A simple, effective forum to voice your message is the Letters to the Editor section. Letters are guest opinion pieces that allow you to offer a brief rebuttal to or support of an event, article or issue. Op-eds are guest opinion pieces that summarize an issue, develop an argument and propose a solution. Like letters to the editor, many op-eds are submitted to newspapers every day.
Walking the Walk: Taking Action Against Prejudice
There is an old saying that you can’t truly understand another person’s experience until you’ve “walked a mile in their shoes.” Unfortunately, we don’t often have that opportunity – but this doesn’t mean that we should not strive to better understand the plight of those around us.
Imagine coming to work one day and being asked to pack up your desk, not because of any mistake or shortcoming, but instead because your employer didn’t like who you are. Imagine being denied the apartment you really wanted (despite your excellent credit record), simply because the landlord didn’t like your looks. Finally, imagine if your child was being unfairly picked on at school and the administration did nothing to stop it. Sadly, these are the types of situations that many gay and transgender Americans regularly face every day due to intolerance, prejudice and unfair bias. These acts of discrimination can divide communities and hurt our colleagues, friends and family.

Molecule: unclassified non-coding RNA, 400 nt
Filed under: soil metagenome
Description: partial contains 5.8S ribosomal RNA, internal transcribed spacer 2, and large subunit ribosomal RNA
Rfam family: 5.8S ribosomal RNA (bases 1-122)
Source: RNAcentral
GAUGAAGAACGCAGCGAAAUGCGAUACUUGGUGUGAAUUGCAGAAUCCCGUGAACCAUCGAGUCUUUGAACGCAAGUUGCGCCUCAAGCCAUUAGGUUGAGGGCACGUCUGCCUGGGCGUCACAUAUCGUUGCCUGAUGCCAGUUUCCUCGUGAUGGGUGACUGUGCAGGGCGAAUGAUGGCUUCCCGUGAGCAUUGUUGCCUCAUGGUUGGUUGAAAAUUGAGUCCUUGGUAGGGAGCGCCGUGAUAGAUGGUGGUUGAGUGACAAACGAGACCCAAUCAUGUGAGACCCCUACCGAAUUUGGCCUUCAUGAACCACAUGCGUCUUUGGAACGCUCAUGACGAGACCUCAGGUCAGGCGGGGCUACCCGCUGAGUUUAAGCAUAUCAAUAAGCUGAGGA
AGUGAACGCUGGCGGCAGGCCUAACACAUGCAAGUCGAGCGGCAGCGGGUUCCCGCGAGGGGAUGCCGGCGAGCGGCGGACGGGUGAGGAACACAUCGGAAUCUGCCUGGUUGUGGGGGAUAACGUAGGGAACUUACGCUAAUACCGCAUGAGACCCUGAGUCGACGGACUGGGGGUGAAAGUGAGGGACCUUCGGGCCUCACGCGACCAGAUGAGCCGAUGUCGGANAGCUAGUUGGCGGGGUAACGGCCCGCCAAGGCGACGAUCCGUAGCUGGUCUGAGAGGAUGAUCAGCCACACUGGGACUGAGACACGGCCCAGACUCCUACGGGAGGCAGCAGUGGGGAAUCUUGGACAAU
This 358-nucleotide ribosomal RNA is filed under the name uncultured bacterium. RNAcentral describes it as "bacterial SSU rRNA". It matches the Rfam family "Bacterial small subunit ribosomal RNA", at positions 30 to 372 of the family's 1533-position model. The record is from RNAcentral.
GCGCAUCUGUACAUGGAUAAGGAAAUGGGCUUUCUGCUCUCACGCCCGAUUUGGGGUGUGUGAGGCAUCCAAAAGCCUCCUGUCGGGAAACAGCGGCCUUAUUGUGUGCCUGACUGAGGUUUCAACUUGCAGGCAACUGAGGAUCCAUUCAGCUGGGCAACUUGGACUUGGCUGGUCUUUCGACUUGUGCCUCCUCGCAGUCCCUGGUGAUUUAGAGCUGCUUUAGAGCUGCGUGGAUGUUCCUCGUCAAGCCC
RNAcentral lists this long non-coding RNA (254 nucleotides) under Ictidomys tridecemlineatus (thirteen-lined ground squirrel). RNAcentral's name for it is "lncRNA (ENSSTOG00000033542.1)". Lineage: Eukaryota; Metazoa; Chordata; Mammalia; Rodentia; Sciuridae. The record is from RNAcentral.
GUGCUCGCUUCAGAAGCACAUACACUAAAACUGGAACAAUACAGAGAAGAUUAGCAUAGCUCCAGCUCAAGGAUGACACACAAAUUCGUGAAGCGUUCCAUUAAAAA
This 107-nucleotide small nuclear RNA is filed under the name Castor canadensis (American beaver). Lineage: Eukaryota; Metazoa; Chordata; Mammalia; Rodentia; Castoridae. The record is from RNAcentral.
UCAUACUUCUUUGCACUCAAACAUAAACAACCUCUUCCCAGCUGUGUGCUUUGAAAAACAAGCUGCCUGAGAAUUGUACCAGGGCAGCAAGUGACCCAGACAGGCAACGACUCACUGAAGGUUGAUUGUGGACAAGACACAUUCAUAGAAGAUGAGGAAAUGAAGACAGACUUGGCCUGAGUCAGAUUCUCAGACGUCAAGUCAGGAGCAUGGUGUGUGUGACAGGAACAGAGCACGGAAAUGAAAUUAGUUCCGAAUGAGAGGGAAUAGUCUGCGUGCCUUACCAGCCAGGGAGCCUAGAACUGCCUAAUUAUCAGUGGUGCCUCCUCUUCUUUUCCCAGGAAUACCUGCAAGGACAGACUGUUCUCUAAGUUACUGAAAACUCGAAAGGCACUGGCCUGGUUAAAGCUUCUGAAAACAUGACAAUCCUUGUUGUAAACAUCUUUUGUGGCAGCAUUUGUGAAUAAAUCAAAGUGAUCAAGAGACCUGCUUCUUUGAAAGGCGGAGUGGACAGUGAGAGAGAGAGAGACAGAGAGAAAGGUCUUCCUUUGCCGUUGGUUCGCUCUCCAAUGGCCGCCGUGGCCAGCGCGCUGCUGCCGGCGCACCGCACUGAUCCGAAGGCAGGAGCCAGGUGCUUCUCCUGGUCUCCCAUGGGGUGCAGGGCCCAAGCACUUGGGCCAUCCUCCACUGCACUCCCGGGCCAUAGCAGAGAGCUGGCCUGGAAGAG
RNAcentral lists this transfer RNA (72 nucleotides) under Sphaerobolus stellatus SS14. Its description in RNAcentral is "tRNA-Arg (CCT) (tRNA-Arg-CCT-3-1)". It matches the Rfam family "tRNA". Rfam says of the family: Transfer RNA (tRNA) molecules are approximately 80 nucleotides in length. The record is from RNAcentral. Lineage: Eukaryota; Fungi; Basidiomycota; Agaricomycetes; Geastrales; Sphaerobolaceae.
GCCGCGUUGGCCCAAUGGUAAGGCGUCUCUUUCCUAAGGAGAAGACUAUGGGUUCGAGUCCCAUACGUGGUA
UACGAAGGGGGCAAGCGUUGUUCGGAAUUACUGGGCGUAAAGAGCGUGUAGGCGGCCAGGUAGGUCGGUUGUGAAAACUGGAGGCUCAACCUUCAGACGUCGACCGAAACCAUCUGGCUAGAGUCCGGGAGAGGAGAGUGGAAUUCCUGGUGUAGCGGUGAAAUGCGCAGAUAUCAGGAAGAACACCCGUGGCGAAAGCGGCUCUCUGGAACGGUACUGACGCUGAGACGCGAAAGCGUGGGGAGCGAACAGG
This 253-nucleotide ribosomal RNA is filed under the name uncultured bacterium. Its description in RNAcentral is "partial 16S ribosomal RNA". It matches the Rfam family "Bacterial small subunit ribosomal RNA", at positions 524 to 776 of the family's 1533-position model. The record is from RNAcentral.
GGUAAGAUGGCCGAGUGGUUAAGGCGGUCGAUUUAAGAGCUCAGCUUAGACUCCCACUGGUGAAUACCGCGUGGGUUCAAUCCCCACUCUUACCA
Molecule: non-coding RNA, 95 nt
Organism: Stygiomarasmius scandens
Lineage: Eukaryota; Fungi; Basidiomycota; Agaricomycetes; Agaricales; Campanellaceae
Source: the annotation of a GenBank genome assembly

Despite negative stereotypes, most gay and transgender Americans lead everyday lives just like everyone else: they go to work, serve in our military, pay taxes, attend church and barbecue on the weekends. Like anyone else, LGBT Americans care about their families, their community and their nation. Regrettably, there are still laws and policies in place that deny them some of their basic rights.
In many states, employers can legally fire a worker simply because they are lesbian, gay or transgender, regardless of their workplace proficiency. Similarly, LGBT people can be denied an apartment simply on the basis of their sexual orientation. These practices stand against the basic liberties that this nation is built on. As a society, we cannot afford to have that sort of inequality.
America is represented by people of different ethnicities, religions, political beliefs and levels of prosperity. While these differences make each individual unique, they also contribute to our collective, cultural, and economic vitality. Diversity is our strength. It’s part of our DNA. We believe the pursuit of life, liberty, and happiness should be available for all of us. Biased treatment is an affront to our values.
Moreover, marginalizing millions of hardworking, creative Americans hurts us as a nation. Walking a mile in the shoes of a gay or transgender African American is especially difficult, considering the hostile environment they often face in their own neighborhoods. As members of the African American community we must fully embrace all individuals and families. We are all equal. Leaders within the African American community should join together and denounce violence and discrimination against LGBT people.
Existing laws, both state and federal, do not adequately safeguard gay and transgender Americans from discrimination and must be made fair and inclusive. Everyone deserves the chance to pursue health and happiness, earn a living, provide for their families, be safe in their communities, and take care of the ones they love.
Breaking down the walls of discrimination is no easy task, but America’s commitment to fairness must ultimately drive efforts toward achieving equality. If we fail to combat prejudice, we are perpetuating an injustice that one day may come back to hurt our nation and our prosperity.
Sample Opinion Editorials
Sample Letters to the Editor
Sample Constituent Letter